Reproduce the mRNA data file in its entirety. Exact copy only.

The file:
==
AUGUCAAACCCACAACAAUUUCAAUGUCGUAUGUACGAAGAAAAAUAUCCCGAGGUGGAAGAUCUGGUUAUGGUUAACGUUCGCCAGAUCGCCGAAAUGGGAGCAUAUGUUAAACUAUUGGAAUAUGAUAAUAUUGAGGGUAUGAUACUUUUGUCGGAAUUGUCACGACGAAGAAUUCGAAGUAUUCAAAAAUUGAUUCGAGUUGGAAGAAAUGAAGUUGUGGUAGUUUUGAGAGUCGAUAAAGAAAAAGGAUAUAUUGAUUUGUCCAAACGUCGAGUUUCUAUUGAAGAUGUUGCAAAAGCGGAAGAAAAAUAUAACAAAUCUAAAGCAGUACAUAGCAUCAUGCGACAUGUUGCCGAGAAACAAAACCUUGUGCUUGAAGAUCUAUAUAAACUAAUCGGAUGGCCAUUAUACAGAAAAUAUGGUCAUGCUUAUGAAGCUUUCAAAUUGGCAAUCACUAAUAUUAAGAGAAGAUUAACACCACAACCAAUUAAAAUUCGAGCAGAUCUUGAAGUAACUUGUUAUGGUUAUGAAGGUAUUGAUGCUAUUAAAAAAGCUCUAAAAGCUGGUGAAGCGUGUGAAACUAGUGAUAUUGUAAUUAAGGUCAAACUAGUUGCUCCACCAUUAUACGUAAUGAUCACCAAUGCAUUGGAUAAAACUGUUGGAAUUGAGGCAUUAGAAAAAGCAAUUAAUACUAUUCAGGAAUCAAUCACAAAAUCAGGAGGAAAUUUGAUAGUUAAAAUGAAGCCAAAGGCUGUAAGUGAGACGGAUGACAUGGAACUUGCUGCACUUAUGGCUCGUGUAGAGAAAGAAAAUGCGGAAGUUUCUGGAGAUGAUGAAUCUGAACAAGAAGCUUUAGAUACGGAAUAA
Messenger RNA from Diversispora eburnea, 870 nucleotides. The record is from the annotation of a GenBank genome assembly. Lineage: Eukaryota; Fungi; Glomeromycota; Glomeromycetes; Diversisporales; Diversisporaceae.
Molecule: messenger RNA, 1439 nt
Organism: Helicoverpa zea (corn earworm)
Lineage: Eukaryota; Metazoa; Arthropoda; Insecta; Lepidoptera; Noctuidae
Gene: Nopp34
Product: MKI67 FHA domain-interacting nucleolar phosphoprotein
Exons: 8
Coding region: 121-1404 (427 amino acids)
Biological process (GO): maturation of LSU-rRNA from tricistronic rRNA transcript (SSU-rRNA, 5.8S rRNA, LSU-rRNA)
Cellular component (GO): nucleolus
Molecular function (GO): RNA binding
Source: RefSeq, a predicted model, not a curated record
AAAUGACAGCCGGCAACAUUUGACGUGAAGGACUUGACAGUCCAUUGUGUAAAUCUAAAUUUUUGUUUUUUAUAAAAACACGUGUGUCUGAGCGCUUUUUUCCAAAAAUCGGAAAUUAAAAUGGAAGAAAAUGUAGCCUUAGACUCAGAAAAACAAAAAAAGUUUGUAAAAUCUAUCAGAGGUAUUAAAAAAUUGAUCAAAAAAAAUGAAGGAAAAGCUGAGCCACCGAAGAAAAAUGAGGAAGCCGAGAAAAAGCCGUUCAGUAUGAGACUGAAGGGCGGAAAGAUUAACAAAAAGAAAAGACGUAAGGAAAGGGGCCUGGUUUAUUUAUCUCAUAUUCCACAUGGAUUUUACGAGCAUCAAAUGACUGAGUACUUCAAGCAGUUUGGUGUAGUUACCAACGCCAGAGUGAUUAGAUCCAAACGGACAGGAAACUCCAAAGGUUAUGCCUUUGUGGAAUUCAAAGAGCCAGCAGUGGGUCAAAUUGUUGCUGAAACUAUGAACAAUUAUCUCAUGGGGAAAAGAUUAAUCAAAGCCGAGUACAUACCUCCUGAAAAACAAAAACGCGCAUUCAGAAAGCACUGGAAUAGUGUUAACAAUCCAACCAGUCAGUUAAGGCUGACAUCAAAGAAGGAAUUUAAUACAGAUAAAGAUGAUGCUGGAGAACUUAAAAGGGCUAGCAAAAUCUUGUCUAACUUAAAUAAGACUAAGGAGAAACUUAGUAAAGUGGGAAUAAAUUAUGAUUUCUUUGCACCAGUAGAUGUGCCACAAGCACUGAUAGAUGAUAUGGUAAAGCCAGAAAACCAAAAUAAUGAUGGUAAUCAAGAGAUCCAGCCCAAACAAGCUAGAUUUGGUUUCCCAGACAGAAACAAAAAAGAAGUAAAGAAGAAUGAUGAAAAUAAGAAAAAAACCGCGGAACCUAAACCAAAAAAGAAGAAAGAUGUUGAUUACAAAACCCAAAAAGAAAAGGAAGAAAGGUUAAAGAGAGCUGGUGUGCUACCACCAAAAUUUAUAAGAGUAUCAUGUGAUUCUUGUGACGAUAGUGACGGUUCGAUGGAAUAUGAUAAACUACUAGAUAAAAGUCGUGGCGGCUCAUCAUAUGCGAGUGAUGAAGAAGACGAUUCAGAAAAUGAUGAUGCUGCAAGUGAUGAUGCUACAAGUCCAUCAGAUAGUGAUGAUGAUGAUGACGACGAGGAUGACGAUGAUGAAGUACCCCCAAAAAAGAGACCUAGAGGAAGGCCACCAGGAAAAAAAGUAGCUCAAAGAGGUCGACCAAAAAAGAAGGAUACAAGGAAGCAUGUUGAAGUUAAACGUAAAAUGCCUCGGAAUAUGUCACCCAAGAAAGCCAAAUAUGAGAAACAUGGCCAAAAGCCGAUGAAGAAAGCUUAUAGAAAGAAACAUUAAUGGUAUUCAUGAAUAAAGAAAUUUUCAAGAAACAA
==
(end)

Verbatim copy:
AUGUCAAACCCACAACAAUUUCAAUGUCGUAUGUACGAAGAAAAAUAUCCCGAGGUGGAAGAUCUGGUUAUGGUUAACGUUCGCCAGAUCGCCGAAAUGGGAGCAUAUGUUAAACUAUUGGAAUAUGAUAAUAUUGAGGGUAUGAUACUUUUGUCGGAAUUGUCACGACGAAGAAUUCGAAGUAUUCAAAAAUUGAUUCGAGUUGGAAGAAAUGAAGUUGUGGUAGUUUUGAGAGUCGAUAAAGAAAAAGGAUAUAUUGAUUUGUCCAAACGUCGAGUUUCUAUUGAAGAUGUUGCAAAAGCGGAAGAAAAAUAUAACAAAUCUAAAGCAGUACAUAGCAUCAUGCGACAUGUUGCCGAGAAACAAAACCUUGUGCUUGAAGAUCUAUAUAAACUAAUCGGAUGGCCAUUAUACAGAAAAUAUGGUCAUGCUUAUGAAGCUUUCAAAUUGGCAAUCACUAAUAUUAAGAGAAGAUUAACACCACAACCAAUUAAAAUUCGAGCAGAUCUUGAAGUAACUUGUUAUGGUUAUGAAGGUAUUGAUGCUAUUAAAAAAGCUCUAAAAGCUGGUGAAGCGUGUGAAACUAGUGAUAUUGUAAUUAAGGUCAAACUAGUUGCUCCACCAUUAUACGUAAUGAUCACCAAUGCAUUGGAUAAAACUGUUGGAAUUGAGGCAUUAGAAAAAGCAAUUAAUACUAUUCAGGAAUCAAUCACAAAAUCAGGAGGAAAUUUGAUAGUUAAAAUGAAGCCAAAGGCUGUAAGUGAGACGGAUGACAUGGAACUUGCUGCACUUAUGGCUCGUGUAGAGAAAGAAAAUGCGGAAGUUUCUGGAGAUGAUGAAUCUGAACAAGAAGCUUUAGAUACGGAAUAA
Messenger RNA from Diversispora eburnea, 870 nucleotides. The record is from the annotation of a GenBank genome assembly. Lineage: Eukaryota; Fungi; Glomeromycota; Glomeromycetes; Diversisporales; Diversisporaceae.
Molecule: messenger RNA, 1439 nt
Organism: Helicoverpa zea (corn earworm)
Lineage: Eukaryota; Metazoa; Arthropoda; Insecta; Lepidoptera; Noctuidae
Gene: Nopp34
Product: MKI67 FHA domain-interacting nucleolar phosphoprotein
Exons: 8
Coding region: 121-1404 (427 amino acids)
Biological process (GO): maturation of LSU-rRNA from tricistronic rRNA transcript (SSU-rRNA, 5.8S rRNA, LSU-rRNA)
Cellular component (GO): nucleolus
Molecular function (GO): RNA binding
Source: RefSeq, a predicted model, not a curated record
AAAUGACAGCCGGCAACAUUUGACGUGAAGGACUUGACAGUCCAUUGUGUAAAUCUAAAUUUUUGUUUUUUAUAAAAACACGUGUGUCUGAGCGCUUUUUUCCAAAAAUCGGAAAUUAAAAUGGAAGAAAAUGUAGCCUUAGACUCAGAAAAACAAAAAAAGUUUGUAAAAUCUAUCAGAGGUAUUAAAAAAUUGAUCAAAAAAAAUGAAGGAAAAGCUGAGCCACCGAAGAAAAAUGAGGAAGCCGAGAAAAAGCCGUUCAGUAUGAGACUGAAGGGCGGAAAGAUUAACAAAAAGAAAAGACGUAAGGAAAGGGGCCUGGUUUAUUUAUCUCAUAUUCCACAUGGAUUUUACGAGCAUCAAAUGACUGAGUACUUCAAGCAGUUUGGUGUAGUUACCAACGCCAGAGUGAUUAGAUCCAAACGGACAGGAAACUCCAAAGGUUAUGCCUUUGUGGAAUUCAAAGAGCCAGCAGUGGGUCAAAUUGUUGCUGAAACUAUGAACAAUUAUCUCAUGGGGAAAAGAUUAAUCAAAGCCGAGUACAUACCUCCUGAAAAACAAAAACGCGCAUUCAGAAAGCACUGGAAUAGUGUUAACAAUCCAACCAGUCAGUUAAGGCUGACAUCAAAGAAGGAAUUUAAUACAGAUAAAGAUGAUGCUGGAGAACUUAAAAGGGCUAGCAAAAUCUUGUCUAACUUAAAUAAGACUAAGGAGAAACUUAGUAAAGUGGGAAUAAAUUAUGAUUUCUUUGCACCAGUAGAUGUGCCACAAGCACUGAUAGAUGAUAUGGUAAAGCCAGAAAACCAAAAUAAUGAUGGUAAUCAAGAGAUCCAGCCCAAACAAGCUAGAUUUGGUUUCCCAGACAGAAACAAAAAAGAAGUAAAGAAGAAUGAUGAAAAUAAGAAAAAAACCGCGGAACCUAAACCAAAAAAGAAGAAAGAUGUUGAUUACAAAACCCAAAAAGAAAAGGAAGAAAGGUUAAAGAGAGCUGGUGUGCUACCACCAAAAUUUAUAAGAGUAUCAUGUGAUUCUUGUGACGAUAGUGACGGUUCGAUGGAAUAUGAUAAACUACUAGAUAAAAGUCGUGGCGGCUCAUCAUAUGCGAGUGAUGAAGAAGACGAUUCAGAAAAUGAUGAUGCUGCAAGUGAUGAUGCUACAAGUCCAUCAGAUAGUGAUGAUGAUGAUGACGACGAGGAUGACGAUGAUGAAGUACCCCCAAAAAAGAGACCUAGAGGAAGGCCACCAGGAAAAAAAGUAGCUCAAAGAGGUCGACCAAAAAAGAAGGAUACAAGGAAGCAUGUUGAAGUUAAACGUAAAAUGCCUCGGAAUAUGUCACCCAAGAAAGCCAAAUAUGAGAAACAUGGCCAAAAGCCGAUGAAGAAAGCUUAUAGAAAGAAACAUUAAUGGUAUUCAUGAAUAAAGAAAUUUUCAAGAAACAA